A new study shows how invasive species change during biological invasion
Several scientific studies have shown how species that have been introduced by humans in new places are different compared to how they are in their native areas. Usually this is interpreted as an adaptation to the new place, whereby the change in the species occurs after its introduction. However, a new study published in the scientific journal Evolutionary Applications, led by a research team from the Pablo de Olavide University (Seville, Spain), shows that such differences already occur before the introduction, so that the introduced individuals are not a representative sample of the native population of origin. This finding thus questions the interpretations of previous studies and opens up the possibility of new management strategies to combat the negative impacts of invasive species.
For a population to be invasive in a non-native area, it must first have gone through the earliest stages of invasion (capture, transport, and introduction) prior to its establishment in that new area. According to the research team, these stages could act as selective filters for individual variation.
Historically, many species have been deliberately introduced by humans outside of their native range for fun or purported benefits, and in many cases these species cause problems for local biodiversity, the economy, and human health. Today most introductions are accidental. A large proportion of these accidental introductions are due to the trade in pet animals, which are first captured in natural environments, and then later manage to escape or are released. Although many people do not know it, a substantial portion of these captured animals do not make it to the store, as they die during capture or transport.
However, individuals may not be equally likely to die, for example because some cope better than others with the stress of the new captive environment. "We wondered if there would be systematic differences between the individuals who died and those who survived. If so, the group of survivors would be different from the population of origin," explains Pim Edelaar, leader of the study, who argues that the same situation can also occur with capture. "It may be easier to capture some individuals than others, for example if they are more curious or more attracted to the food in the traps. So that could also cause systematic differences between the original source population and the group that ultimately is introduced into a new site."
This study isone of the first to look at the systematic changes that occur before the actual introduction to a new site occurs. "Traditionally it has been assumed that the group of individuals that is introduced is a representative sample of the original source population. But that has been done mainly out of convenience or ignorance, because it is not easy to study whether this assumption is true," says researcher and first author Adrián Baños Villalba. To test the hypothesis that selection already acts in the earliest stages during a biological invasion, the research team followed the individuals of two invasive bird species (the weaver birds Ploceus melanocephalus and Euplectes afer) in their natural habitat in Senegal and during these early stages of a possible invasion.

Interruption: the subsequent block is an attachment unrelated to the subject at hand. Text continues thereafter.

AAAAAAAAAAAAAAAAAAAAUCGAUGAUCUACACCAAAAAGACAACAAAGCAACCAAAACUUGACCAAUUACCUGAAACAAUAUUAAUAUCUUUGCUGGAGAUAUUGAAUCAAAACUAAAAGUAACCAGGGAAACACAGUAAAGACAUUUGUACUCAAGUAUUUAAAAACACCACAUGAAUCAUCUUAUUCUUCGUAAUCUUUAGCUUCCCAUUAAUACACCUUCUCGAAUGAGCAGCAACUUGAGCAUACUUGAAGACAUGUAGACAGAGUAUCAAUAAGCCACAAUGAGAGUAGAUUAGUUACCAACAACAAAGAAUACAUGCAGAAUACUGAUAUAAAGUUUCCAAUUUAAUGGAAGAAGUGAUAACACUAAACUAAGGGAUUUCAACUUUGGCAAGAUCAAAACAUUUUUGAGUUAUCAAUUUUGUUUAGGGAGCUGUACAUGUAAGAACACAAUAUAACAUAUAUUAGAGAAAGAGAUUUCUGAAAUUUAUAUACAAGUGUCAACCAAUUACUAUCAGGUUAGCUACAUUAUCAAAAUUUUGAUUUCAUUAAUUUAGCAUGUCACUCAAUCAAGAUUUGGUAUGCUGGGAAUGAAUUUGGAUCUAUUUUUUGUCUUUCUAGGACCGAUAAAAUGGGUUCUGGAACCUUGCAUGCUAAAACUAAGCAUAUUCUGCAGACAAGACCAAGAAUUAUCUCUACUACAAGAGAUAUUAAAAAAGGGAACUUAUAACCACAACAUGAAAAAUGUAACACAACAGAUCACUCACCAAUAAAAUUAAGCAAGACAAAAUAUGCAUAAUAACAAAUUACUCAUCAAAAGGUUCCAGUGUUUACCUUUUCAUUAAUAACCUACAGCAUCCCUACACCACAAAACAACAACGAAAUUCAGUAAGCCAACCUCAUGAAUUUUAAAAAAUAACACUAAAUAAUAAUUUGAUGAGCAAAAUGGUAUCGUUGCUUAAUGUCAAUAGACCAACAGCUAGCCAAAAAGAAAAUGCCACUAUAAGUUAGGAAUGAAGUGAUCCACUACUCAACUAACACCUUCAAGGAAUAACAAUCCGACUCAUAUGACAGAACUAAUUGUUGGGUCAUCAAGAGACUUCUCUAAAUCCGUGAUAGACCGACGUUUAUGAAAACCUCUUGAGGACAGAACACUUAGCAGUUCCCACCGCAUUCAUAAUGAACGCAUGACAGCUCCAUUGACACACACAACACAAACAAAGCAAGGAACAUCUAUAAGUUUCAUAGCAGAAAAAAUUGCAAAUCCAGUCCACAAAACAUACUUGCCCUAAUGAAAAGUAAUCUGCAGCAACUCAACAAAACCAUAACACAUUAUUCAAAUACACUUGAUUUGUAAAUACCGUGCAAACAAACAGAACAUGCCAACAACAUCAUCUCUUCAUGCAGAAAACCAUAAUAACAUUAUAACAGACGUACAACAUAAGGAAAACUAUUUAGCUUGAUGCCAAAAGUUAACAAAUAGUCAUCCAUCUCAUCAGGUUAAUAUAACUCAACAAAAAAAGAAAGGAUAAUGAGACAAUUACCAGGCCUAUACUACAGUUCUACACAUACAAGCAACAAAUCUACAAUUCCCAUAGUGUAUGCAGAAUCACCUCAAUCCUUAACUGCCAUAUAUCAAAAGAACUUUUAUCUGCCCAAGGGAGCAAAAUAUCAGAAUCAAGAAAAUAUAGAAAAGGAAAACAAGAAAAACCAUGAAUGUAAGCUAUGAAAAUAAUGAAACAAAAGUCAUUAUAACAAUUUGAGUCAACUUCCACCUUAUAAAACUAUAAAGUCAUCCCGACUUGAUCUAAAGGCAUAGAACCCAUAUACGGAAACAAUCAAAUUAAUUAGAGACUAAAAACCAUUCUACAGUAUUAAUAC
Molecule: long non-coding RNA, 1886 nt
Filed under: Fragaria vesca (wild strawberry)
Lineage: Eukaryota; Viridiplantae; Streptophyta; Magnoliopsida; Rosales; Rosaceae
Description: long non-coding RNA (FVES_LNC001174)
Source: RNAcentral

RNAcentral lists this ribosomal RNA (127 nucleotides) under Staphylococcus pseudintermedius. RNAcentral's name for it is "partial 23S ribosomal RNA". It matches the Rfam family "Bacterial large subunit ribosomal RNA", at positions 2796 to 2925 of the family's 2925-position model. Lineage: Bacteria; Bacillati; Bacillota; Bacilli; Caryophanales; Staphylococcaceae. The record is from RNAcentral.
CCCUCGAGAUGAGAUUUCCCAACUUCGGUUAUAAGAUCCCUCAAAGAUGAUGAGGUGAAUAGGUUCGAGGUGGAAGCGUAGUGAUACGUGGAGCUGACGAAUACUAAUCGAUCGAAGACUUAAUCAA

Thus, they studied individuals who were captured by local trappers using attractants such as other birds and food, and compared these with individuals who were captured without attractants to obtain more representative samples of the native population. They also followed the survival of birds captured and held in captivity by local trappers. For almost all of the traits they investigated, such as sex, age, beak and body size, behavior, relative head size (which reflects brain size), and stress hormones, they found important differences between the individuals who were trapped with the two different trapping techniques, and between individuals who survived or not.
The research team showed in this way that the individuals that are captured and that become part of the process of introduction in new sites are different in many respects from the individuals that do not. "We had predicted that we would find some difference in one aspect or another, but nobody expected to find differences in basically everything we studied, so even for us this was a surprising result," says researcher Martina Carrete.
This result casts doubt on previous studies that reported adaptation to new sites of introduction. In some cases, the difference between introduced and native populations could have occurred before the actual introduction to a new site. "By opening the 'black box' of the pre-introduction stages of biological invasion, we now know that many changes can occur from the beginning. However, it is not a Pandora's Box, which releases complications and problems, it could also provide information on how to manage and prevent biological invasión," explain the researchers, who add that "if we know when and how selective events occur in these first neglected stages of biological invasion, perhaps we can use or adapt these events to limit or stop biological invasion altogether."